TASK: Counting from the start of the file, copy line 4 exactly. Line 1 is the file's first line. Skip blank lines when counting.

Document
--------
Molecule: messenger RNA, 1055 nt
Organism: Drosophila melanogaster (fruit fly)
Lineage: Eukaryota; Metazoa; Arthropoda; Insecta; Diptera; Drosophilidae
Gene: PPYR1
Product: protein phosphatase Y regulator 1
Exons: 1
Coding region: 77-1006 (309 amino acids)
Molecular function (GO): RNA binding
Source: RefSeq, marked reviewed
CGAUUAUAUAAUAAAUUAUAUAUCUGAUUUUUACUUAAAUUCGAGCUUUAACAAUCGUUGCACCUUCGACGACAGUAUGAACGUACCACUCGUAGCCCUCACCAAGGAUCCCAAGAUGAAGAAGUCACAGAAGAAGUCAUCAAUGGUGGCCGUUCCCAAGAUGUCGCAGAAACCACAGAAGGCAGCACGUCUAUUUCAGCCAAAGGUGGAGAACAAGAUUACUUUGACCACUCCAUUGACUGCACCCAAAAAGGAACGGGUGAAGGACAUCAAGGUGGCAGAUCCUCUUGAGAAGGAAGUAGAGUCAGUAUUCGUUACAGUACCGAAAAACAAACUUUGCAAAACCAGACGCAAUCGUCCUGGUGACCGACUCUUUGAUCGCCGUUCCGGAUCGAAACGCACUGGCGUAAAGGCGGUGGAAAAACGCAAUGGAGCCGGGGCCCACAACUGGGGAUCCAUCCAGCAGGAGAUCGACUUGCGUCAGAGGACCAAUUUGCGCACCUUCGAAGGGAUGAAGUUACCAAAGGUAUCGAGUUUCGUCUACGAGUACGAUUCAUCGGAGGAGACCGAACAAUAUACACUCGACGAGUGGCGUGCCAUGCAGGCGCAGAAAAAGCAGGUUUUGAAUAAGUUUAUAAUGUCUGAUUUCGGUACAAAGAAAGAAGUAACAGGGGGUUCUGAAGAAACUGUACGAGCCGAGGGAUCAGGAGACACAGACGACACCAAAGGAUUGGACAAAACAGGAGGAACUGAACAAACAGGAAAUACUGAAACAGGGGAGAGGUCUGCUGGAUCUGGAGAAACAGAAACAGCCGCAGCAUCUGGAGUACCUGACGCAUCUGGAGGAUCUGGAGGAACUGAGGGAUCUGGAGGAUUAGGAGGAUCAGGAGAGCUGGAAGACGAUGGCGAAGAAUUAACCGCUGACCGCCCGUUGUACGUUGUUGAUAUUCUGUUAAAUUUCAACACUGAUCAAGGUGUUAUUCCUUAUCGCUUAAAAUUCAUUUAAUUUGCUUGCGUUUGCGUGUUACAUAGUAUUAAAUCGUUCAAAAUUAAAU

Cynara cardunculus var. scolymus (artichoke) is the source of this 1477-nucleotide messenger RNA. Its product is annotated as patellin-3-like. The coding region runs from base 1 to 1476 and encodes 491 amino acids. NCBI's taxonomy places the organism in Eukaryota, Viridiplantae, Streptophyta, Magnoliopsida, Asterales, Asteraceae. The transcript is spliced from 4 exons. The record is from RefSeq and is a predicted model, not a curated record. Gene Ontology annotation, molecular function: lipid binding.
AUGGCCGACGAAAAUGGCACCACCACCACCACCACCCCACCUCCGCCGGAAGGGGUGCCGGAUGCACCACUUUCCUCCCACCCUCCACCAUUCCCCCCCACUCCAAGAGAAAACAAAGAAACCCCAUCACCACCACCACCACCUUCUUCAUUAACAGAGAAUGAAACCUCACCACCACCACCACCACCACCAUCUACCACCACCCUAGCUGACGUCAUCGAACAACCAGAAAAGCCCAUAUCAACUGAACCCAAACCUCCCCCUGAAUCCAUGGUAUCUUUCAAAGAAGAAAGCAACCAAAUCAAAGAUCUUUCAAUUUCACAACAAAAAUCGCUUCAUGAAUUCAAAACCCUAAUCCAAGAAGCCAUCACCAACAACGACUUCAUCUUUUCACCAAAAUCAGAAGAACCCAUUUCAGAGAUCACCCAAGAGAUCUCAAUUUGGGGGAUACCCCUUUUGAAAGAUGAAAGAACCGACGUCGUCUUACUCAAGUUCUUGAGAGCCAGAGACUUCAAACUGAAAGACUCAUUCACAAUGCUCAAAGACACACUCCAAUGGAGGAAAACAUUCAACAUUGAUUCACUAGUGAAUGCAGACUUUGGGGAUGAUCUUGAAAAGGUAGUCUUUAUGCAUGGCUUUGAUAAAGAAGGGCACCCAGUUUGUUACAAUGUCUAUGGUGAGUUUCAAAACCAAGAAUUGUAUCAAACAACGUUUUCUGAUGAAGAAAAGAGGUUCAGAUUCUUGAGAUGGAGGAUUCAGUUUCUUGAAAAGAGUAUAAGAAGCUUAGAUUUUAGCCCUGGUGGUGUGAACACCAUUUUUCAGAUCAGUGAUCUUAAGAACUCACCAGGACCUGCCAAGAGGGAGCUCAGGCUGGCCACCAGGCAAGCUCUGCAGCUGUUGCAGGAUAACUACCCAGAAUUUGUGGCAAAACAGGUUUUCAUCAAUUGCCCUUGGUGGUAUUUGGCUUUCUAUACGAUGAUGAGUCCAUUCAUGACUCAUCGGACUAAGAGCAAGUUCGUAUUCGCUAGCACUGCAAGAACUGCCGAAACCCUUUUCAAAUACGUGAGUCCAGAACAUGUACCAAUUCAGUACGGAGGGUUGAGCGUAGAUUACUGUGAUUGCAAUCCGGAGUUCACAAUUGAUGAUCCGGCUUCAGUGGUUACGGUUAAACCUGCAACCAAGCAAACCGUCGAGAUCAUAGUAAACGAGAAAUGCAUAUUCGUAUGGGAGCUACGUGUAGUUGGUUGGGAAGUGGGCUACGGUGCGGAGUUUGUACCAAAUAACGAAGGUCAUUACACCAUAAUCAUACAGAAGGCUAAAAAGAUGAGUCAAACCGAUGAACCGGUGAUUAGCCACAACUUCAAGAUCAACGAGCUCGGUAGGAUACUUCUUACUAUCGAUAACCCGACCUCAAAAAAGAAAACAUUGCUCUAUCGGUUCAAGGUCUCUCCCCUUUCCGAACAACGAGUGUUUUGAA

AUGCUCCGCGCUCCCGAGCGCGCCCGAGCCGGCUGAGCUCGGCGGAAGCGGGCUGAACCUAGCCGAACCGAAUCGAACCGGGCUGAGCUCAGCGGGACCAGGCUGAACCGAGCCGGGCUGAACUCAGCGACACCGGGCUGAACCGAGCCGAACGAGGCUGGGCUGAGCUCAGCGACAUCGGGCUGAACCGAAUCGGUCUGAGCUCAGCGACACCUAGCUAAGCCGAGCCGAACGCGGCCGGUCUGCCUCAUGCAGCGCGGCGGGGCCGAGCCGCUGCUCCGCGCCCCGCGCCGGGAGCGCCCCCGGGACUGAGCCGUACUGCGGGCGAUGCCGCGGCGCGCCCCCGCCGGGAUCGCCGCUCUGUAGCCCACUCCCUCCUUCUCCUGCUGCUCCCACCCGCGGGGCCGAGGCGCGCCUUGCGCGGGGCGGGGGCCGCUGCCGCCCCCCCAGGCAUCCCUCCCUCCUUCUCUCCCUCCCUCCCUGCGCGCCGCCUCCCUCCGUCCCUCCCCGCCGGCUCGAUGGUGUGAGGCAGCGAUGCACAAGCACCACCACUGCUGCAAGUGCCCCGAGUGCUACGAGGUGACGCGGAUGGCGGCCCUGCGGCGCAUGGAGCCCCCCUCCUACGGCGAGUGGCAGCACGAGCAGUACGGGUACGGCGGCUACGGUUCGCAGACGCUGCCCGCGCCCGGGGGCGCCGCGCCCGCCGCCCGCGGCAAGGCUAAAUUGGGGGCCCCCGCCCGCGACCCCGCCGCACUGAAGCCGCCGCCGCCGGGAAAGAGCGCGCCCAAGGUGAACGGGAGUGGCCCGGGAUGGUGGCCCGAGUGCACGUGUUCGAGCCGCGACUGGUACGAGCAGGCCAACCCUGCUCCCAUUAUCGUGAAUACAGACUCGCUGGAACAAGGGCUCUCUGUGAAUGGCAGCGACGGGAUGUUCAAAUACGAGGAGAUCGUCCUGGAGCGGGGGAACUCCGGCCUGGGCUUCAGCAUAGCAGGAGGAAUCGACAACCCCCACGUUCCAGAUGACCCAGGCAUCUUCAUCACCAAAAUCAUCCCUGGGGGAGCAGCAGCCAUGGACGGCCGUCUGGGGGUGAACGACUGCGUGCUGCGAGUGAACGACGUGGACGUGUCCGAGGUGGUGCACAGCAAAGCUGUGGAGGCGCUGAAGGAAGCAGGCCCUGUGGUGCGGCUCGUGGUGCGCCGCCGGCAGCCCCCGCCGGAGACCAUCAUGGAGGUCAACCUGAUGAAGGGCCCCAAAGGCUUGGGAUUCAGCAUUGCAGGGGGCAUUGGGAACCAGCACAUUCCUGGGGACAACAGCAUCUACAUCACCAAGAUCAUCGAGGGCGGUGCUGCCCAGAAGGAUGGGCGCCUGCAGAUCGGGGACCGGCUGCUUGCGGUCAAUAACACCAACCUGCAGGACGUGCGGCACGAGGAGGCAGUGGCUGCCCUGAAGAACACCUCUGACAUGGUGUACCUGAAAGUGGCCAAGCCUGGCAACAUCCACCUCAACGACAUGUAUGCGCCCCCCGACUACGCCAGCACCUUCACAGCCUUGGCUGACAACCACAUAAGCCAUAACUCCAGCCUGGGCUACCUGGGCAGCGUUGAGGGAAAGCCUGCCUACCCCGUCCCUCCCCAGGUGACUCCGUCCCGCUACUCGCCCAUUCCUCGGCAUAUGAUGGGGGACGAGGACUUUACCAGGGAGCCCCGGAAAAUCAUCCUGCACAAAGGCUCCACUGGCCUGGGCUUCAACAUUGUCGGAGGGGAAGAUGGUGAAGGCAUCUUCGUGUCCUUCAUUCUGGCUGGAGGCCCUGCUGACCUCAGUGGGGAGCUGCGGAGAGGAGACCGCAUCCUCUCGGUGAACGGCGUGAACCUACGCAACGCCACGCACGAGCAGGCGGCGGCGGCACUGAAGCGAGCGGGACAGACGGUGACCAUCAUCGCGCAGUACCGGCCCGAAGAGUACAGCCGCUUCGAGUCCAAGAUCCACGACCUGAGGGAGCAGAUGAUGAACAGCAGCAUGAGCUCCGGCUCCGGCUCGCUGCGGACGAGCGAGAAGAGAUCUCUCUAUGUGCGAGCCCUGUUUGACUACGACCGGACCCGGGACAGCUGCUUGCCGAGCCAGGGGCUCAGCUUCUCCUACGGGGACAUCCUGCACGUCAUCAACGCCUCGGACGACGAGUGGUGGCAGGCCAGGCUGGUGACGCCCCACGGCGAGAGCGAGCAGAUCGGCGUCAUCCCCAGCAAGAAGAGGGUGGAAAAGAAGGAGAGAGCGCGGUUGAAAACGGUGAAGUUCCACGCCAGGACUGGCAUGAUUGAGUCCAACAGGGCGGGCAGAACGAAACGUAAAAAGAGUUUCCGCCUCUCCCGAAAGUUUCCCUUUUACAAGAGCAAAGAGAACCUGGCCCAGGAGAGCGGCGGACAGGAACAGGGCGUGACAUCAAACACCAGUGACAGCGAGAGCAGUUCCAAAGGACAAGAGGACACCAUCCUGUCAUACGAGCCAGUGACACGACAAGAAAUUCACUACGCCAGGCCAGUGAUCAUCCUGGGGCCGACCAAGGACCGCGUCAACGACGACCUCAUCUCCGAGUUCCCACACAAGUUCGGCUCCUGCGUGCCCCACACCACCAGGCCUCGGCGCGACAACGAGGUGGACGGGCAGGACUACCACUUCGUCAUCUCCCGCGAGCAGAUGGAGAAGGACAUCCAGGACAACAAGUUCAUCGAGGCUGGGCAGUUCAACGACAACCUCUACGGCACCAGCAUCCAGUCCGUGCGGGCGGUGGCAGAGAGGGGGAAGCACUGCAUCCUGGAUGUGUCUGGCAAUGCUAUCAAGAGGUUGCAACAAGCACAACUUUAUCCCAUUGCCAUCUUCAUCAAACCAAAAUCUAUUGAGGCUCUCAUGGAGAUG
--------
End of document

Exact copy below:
Gene: PPYR1